Traverse City Record-Eagle

July 21, 2013

City could decide future of Hickory Hills Ski Area

BY BRIAN McGILLIVARY
bmcgillivary@record-eagle.com

---- — TRAVERSE CITY — A new city manager will arrive in time to help decide the fate of one of the city's largest recreational properties.

Jered Ottenwess begins his new job Monday and will attend the city commission's study session that begins at 7 p.m. in the Governmental Center. The commission will consider a request to fund half of an estimated $32,000 cost to hire a consultant to create a master plan for the Hickory Hills Ski Area.

The ski hill runs at an average annual loss of $100,000 and city commissioners have threatened to drop funding after this ski season. Mayor Michael Estes said he will push commissioners to decide Monday if they truly intend to stop funding ski operations.

"That's the issue the city commission has to address: are you serious about cutting off operational funds for the ski hill," Estes said. "If you are then a study makes a lot of sense. But if you are just going to drag it out and fund it in perpetuity, why do we need a study."

The study funding request comes from the support group Preserve Hickory Hills and the Grand Traverse Ski Club, which have worked with city and Garfield Township representatives on a solution.

Tim Werner, who works with both groups, said the ski hill needs a master recreational plan if it has any chance of obtaining foundation or state recreational grant funds.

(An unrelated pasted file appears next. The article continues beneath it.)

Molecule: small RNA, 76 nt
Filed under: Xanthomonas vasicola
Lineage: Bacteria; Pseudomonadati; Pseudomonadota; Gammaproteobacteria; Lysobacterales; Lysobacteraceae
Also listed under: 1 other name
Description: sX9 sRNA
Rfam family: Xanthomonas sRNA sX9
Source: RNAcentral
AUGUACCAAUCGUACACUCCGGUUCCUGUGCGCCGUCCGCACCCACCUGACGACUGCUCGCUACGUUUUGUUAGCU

"There is also a sense that Hickory Hills is run with a piecemeal ... fix it when it's broken approach," Werner said. "It's not received the best long-term approach for what we see as a very important recreational resource for our community."

The planning effort also would include Garfield Township with the intent to create a more cooperative, long-term effort to maintain the ski hill. The 125-acre, city-owned park is inside Garfield Township and is listed in the township's overall recreational plan.

The ski club and support group plan to chip in $4,000 each and will ask Garfield Township to contribute $8,000 to the study.

The timeline for the study extends until April 2014 and likely wouldn't allow time for the groups to come up with a funding plan for the 2014-2015 ski season, Werner said.

"We're hoping this effort will create some momentum and the political will to fund us one more year as a bridge," Werner said. "We need to find a long-term solution."

Ottenwess said he will spend part of Monday learning about the ski hill. He expects to participate in the conversation.

"But I won't have a recommendation," Ottenwess said. "There's a lot to learn before I get to a point of making any recommendation."